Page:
Does surgical treatment improve fertility?

Treating early stage endometriosis to improve fertility is controversial. Previous studies suggest that laparoscopic surgery is effective in increasing the incidence of pregnancy. A recent study by the Canadian Collaborative Group on Endometriosis demonstrates that using laparoscopy to remove diseased tissue in minimal and mild endometriosis enhances fecundity (fertility) in infertile women.

Patients in this study were recruited from a large number of Canadian health care centers. There were 348 patients who had no other cause of infertility and Stage I and II disease (early stages). Each patient in the study was randomly assigned to one of two groups: treatment by laparoscopy or no treatment by laparoscopy. The patients were then followed for 36 weeks and did not receive further treatment for fertility.

Cumulative probability of pregnancy with the treated group was 30% compared with 17% in the untreated group. The fertility rates for the treated group were 4.7% versus 2.4% for the untreated group.

Studies have not shown if excision of endometriosis is better than ablation with different energy sources. A significant number of patients with endometriosis and infertility have deep lesions (more than 10 millimeters, or 0.4 inches), especially if associated with pelvic pain. Coagulation (forcing blood vessels to clot) or laser vaporization is not recommended for patients with lesions deeper than 5 millimeters.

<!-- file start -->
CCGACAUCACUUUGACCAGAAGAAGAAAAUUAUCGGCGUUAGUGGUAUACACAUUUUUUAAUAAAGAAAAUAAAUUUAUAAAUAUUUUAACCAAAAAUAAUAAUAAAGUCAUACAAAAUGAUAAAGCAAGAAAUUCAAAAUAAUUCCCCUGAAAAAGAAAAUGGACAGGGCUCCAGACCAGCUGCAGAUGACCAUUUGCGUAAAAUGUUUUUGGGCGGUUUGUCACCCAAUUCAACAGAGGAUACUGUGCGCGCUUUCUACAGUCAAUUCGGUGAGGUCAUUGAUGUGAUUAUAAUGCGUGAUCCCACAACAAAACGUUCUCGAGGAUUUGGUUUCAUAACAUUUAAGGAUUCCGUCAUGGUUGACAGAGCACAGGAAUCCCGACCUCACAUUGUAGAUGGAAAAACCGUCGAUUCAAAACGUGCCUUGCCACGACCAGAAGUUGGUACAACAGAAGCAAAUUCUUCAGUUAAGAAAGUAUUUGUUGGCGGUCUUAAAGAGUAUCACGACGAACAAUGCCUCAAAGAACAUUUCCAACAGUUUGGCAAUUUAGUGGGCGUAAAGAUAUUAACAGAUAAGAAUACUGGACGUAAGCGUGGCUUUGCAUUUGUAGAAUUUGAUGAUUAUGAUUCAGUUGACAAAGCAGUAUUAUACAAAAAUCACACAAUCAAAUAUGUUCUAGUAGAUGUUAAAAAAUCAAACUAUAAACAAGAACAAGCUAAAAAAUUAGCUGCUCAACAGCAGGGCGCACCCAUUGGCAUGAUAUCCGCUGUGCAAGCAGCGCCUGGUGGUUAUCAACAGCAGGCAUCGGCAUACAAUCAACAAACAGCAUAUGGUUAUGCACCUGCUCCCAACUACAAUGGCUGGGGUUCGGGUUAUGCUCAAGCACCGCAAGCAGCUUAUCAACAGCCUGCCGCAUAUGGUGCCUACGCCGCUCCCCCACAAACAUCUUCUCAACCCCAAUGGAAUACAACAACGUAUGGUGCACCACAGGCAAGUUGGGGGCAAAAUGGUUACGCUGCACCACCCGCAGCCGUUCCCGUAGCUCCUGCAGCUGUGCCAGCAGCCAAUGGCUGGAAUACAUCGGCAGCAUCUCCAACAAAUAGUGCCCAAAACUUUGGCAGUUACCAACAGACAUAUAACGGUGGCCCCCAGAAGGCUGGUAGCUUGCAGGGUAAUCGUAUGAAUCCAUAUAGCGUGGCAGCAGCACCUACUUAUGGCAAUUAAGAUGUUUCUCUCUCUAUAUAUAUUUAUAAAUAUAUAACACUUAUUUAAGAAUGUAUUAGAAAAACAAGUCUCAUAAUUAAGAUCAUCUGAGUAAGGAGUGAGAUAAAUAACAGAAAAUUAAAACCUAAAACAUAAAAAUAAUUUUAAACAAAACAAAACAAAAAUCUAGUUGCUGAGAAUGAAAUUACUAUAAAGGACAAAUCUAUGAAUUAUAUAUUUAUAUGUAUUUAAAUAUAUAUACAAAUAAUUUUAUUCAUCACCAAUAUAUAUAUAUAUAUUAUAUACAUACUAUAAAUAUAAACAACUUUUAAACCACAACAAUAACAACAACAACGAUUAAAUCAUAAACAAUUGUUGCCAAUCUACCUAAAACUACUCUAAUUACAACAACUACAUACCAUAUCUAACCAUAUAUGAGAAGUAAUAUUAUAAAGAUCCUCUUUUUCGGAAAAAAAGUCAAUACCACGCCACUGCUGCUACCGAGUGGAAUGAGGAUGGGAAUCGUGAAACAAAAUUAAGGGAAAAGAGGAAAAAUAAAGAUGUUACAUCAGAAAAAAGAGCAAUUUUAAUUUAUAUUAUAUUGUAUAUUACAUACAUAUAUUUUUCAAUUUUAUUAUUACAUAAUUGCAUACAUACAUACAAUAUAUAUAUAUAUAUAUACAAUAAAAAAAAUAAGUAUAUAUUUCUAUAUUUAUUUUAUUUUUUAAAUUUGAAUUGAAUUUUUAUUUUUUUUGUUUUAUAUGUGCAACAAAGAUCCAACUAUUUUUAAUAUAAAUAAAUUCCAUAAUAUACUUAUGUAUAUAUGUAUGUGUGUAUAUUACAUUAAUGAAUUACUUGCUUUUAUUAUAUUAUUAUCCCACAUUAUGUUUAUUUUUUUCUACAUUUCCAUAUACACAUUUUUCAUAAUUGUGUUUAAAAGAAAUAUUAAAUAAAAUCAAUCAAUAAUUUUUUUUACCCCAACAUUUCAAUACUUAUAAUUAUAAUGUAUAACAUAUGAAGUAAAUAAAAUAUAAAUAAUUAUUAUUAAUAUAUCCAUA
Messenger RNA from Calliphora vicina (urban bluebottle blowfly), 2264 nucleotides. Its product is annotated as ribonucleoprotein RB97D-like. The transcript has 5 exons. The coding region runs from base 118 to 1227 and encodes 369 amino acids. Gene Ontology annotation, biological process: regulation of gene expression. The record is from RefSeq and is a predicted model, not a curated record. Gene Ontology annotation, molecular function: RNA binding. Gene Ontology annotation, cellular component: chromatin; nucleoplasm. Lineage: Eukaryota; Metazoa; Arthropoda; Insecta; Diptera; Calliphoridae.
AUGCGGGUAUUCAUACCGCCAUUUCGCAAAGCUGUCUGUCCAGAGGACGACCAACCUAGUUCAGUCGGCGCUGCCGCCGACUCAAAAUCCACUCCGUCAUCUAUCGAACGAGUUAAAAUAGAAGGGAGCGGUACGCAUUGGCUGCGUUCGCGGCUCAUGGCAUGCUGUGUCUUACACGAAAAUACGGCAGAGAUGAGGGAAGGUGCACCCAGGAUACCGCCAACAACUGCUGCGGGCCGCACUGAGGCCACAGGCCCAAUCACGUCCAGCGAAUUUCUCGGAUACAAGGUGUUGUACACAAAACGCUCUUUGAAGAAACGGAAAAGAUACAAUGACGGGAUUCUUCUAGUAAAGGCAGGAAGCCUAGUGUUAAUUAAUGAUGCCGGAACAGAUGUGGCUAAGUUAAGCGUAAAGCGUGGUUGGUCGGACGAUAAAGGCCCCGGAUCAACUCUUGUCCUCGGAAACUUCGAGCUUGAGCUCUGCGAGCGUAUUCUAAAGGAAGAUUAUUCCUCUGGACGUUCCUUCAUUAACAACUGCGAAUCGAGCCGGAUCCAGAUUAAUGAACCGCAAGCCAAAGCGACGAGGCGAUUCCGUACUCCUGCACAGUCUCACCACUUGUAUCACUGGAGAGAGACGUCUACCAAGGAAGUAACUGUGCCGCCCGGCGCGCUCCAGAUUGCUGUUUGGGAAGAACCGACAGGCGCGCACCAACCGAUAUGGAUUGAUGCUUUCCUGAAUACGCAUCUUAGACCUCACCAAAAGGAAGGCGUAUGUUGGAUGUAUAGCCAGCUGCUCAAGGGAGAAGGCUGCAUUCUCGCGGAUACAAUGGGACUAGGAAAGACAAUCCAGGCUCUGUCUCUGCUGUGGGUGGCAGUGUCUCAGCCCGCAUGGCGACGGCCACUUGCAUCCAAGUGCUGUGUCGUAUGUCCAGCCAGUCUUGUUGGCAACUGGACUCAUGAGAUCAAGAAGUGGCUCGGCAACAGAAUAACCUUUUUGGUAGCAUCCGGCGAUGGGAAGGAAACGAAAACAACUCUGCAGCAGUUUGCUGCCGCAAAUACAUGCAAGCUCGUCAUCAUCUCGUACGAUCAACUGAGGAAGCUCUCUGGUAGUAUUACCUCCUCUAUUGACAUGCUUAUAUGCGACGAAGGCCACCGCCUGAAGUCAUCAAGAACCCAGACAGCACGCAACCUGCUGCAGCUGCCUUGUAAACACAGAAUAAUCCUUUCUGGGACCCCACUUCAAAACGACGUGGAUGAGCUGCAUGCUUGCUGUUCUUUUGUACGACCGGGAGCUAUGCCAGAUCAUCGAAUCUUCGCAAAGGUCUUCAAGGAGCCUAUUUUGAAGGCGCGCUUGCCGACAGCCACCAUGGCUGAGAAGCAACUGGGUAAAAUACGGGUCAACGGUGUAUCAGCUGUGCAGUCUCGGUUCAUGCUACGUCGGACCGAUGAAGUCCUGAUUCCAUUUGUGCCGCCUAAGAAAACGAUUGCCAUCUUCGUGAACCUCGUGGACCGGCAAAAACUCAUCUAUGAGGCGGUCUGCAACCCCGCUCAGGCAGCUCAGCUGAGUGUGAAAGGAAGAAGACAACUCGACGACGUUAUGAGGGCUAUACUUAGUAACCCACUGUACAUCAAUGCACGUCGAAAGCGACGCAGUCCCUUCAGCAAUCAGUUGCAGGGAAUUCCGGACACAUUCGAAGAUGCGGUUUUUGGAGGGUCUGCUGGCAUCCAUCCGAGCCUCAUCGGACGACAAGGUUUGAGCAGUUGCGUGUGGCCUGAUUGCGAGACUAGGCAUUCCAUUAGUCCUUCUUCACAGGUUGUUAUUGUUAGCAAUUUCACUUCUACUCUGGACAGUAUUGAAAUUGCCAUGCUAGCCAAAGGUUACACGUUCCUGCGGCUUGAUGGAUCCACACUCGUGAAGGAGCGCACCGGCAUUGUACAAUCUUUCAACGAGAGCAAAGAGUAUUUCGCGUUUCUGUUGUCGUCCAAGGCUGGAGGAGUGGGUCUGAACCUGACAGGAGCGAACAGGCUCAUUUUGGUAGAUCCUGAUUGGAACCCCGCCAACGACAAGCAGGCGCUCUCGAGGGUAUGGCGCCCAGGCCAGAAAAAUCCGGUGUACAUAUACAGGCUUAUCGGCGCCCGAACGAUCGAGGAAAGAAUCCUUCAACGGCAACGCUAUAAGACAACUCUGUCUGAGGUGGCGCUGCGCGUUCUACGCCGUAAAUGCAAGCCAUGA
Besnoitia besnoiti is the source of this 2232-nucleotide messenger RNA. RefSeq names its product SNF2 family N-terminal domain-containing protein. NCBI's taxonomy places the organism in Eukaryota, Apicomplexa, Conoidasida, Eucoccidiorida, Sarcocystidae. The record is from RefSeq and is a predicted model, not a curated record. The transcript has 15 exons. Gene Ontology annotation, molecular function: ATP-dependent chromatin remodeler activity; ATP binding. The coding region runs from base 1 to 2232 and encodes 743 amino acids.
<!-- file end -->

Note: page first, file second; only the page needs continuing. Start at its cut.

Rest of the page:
Does surgical treatment improve pain?

Most patients will have relief of pain with simple removal of the endometriosis. However, 20% of patients will not respond to surgery and will need further medical treatment or pain management specialists. Of those that respond, there may be a recurrence of pain over time. Hysterectomy has the least recurrence of symptoms but is the most invasive treatment.

Is laparoscopy more effective than laparotomy?

Laparoscopy and laparotomy are equally effective in relieving pain and improving fertility. Endometriosis recurs in about 20% to 30% of cases over 5 years in both procedures. Patients who undergo laparoscopy, however, experience a more rapid and less painful recovery. Deciding which surgical procedure to use should be based on the patient's preference and the physician's experience with the technique.

Last reviewed by a Cleveland Clinic medical professional on 10/22/2013.

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